The life sciences industry: An introduction
The life sciences industry: An introduction

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The life sciences industry: An introduction

2 The life sciences sector – some historical perspectives

2.1 Early beginnings – From magic to medicine

The life sciences sector, and its precursor the pharmaceutical industry, has a long and rich history. Pharmaceuticals, which are defined as compounds manufactured for use as medicinal drugs (remedies), date back to 2735 BC and the Chinese Dynasty of Shen Nung. Their development can be traced through ancient Hindu, Egyptian and Mediterranean civilisations. The word ‘pharmaceutical’ originates from the Greek pharmakon, meaning ‘drug’. In this early period, responsibility for healing, remedy and repair of human health rested with a wide range of practitioners. They ranged from the spiritual to the secular, using an equally wide range of potions from mystic brews to the natural compounds that underpin many of today's modern medicines.

Pharmaceutical practice improved markedly in the sixteenth and seventeenth centuries with the appearance of well-defined instructions for preparing drugs in terms of both the required constituents and the concentrations. This activity centred mainly on Basel in the 1500s and London in the 1600s, two centres that are still home to some of the largest pharmaceutical companies in the world.

The so-called modern pharmaceutical industry dates back to the nineteenth century with the discovery of manufactured medicinal compounds, which replaced herbal medicines. In the nineteenth century and the early decades of the twentieth century, pharmaceutical companies primarily produced and marketed. They did little research, leaving that to individual scientists or small groups of researchers (Ganellin, 1989). The German chemist Felix Hoffman (1868–1946) is often regarded as the leader of this phase of the industry. In 1897 he discovered a way of adding a cluster of two extra carbon and five extra hydrogen atoms to a substance extracted from willow bark. The result was named acetylsalicylic acid, known by most people today as ‘aspirin’.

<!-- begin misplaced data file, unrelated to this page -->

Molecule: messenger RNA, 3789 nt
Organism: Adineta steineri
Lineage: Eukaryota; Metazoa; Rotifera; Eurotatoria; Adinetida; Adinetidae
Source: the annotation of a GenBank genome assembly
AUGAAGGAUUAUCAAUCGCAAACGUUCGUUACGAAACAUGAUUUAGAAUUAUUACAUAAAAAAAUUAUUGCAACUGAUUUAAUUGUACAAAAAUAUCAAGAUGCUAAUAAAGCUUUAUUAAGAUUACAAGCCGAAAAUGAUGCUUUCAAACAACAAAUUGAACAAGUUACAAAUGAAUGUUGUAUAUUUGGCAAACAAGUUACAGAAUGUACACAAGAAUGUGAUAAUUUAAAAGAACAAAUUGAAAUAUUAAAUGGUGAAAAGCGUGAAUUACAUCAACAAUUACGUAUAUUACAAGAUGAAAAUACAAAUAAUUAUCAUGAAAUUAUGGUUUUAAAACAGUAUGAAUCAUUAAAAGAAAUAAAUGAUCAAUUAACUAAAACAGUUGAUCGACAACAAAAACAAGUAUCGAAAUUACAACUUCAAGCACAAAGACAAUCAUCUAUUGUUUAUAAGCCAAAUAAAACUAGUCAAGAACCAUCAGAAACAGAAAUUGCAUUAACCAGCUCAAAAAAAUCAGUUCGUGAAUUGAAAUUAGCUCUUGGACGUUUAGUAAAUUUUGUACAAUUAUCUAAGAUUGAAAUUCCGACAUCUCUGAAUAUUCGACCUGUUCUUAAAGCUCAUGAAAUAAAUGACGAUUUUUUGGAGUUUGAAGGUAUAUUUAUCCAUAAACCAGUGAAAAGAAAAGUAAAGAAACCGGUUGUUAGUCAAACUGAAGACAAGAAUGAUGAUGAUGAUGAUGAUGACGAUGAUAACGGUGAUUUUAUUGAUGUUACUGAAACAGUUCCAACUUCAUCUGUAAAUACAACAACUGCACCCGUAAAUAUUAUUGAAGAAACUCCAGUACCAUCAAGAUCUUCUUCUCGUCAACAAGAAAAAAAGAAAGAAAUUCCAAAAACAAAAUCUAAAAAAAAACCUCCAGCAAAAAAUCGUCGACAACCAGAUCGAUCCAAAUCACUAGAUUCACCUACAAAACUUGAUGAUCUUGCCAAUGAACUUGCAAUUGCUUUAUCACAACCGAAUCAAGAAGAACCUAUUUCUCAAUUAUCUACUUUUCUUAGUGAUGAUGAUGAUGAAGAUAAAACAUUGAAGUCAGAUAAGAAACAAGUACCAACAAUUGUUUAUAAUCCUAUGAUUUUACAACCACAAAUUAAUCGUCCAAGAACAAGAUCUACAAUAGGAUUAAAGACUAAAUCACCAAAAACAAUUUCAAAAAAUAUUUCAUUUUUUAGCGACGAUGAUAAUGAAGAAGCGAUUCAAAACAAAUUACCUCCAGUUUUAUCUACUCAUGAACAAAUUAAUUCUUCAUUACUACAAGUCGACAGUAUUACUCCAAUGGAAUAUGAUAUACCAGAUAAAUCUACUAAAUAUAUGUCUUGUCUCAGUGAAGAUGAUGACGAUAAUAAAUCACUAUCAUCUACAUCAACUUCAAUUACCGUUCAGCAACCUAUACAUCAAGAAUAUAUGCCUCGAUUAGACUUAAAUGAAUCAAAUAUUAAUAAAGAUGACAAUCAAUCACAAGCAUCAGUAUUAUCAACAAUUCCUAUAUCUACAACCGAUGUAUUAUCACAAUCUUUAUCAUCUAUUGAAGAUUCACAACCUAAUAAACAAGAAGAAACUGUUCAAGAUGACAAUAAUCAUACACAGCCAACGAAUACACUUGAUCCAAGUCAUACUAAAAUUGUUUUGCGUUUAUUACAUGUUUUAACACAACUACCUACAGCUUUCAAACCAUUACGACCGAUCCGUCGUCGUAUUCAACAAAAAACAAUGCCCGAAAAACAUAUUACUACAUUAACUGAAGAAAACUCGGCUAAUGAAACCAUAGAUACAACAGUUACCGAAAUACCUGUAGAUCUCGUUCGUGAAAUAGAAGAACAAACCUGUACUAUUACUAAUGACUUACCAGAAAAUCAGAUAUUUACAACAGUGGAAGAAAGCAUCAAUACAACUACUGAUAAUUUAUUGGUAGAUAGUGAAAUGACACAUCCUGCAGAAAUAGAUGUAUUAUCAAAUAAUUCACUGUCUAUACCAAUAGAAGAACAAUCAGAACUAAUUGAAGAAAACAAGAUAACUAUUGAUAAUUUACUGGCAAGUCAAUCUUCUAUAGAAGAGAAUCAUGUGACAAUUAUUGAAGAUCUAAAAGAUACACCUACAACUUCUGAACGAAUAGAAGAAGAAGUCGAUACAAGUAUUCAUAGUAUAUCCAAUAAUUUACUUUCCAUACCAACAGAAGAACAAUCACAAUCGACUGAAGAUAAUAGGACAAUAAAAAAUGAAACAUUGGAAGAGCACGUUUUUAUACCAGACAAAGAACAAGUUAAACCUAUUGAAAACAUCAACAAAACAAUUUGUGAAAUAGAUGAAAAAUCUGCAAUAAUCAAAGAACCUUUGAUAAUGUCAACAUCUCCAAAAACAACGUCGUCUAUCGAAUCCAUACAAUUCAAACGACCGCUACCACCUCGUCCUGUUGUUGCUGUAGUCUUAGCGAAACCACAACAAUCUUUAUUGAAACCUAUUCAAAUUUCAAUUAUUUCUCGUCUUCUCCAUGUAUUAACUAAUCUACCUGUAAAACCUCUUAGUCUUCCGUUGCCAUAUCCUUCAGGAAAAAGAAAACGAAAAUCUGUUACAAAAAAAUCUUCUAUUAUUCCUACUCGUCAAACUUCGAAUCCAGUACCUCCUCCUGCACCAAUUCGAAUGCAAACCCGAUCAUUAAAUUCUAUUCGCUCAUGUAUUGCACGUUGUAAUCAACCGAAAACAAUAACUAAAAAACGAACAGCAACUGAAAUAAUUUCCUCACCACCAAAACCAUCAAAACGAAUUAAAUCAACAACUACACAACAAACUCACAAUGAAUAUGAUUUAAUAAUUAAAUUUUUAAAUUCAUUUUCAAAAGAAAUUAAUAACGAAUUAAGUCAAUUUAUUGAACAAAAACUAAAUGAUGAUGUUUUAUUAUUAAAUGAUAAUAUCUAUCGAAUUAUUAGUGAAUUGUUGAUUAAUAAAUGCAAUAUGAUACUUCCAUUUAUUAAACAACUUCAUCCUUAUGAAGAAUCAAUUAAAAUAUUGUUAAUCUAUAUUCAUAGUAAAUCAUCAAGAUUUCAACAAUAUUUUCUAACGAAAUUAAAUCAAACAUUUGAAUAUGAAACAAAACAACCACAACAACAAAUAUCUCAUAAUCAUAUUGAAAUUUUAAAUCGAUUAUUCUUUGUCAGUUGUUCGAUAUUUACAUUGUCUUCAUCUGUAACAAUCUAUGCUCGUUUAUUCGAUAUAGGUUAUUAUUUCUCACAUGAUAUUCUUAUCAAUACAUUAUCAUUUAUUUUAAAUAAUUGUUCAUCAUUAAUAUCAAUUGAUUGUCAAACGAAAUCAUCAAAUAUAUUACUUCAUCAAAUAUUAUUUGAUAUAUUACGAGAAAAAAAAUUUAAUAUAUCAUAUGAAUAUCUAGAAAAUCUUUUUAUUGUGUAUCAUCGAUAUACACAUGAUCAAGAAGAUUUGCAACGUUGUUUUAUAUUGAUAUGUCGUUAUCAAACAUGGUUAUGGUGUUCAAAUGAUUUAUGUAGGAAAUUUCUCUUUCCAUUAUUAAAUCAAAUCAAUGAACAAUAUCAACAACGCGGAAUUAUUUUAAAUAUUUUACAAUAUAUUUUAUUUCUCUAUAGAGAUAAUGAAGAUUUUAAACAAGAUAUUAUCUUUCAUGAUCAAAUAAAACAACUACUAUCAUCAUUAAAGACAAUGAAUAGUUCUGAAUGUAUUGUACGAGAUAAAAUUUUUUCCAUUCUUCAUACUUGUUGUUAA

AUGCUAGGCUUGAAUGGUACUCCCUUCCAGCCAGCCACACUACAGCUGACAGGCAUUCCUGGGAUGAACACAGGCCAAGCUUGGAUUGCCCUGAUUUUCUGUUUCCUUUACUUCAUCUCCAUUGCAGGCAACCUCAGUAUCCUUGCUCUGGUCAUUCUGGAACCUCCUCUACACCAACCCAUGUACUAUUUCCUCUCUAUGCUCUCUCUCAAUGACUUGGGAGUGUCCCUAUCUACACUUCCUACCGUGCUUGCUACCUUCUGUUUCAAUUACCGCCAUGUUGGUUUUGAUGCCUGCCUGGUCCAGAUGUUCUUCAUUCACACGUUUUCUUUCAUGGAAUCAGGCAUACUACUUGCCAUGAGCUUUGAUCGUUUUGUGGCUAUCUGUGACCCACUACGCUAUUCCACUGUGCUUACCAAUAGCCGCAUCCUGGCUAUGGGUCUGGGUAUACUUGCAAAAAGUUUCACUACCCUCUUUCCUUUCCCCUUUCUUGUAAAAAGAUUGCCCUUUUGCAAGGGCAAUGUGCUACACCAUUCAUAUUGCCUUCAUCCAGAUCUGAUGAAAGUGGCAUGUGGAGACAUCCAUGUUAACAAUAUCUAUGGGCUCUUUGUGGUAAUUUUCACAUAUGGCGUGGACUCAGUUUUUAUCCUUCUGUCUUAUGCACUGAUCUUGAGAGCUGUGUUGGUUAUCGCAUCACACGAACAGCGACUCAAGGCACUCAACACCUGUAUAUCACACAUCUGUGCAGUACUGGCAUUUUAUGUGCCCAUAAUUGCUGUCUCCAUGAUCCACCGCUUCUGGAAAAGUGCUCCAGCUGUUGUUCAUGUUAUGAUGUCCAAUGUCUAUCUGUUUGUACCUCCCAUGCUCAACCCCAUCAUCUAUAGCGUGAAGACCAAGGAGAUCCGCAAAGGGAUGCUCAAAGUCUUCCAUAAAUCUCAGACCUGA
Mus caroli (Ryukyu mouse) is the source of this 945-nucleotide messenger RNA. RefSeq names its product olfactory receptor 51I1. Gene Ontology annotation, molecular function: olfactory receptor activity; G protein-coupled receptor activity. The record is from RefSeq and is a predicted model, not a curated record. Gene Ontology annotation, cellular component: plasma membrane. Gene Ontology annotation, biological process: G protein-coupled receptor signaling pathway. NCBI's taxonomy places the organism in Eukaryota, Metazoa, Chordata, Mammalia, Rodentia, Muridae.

Advances in pharmaceutical research characteristically involve scientists, working as individuals or more often in teams, using state-of-the-art technology in order to push the frontier further. Yet the three fundamentals of such research remain as true today as they did in Hoffman's time: (1) ‘discovery’ or pushing the frontier of knowledge to identify potential remedies or treatments; (2) determining more precisely the dosage to be delivered to the target tissue while minimising undesirable side-effects; and (3) ‘Mailing’, to eliminate or reduce undesirable side-effects.

Activity 3

You should now read ‘The global pharmaceutical industry – a case study’ by Sarah Holland and Bernardo Batiz-Lazo, which is attached as a pdf document below (click the link below to open; PDF, 0.3MB, 17 pages). This provides a useful summary of the history of the sector and its current situation. Read it with the objective of identifying the problems and limitations associated with the recent history of the sector.

The global pharmaceutical industry - a case study [Tip: hold Ctrl and click a link to open it in a new tab. (Hide tip)]


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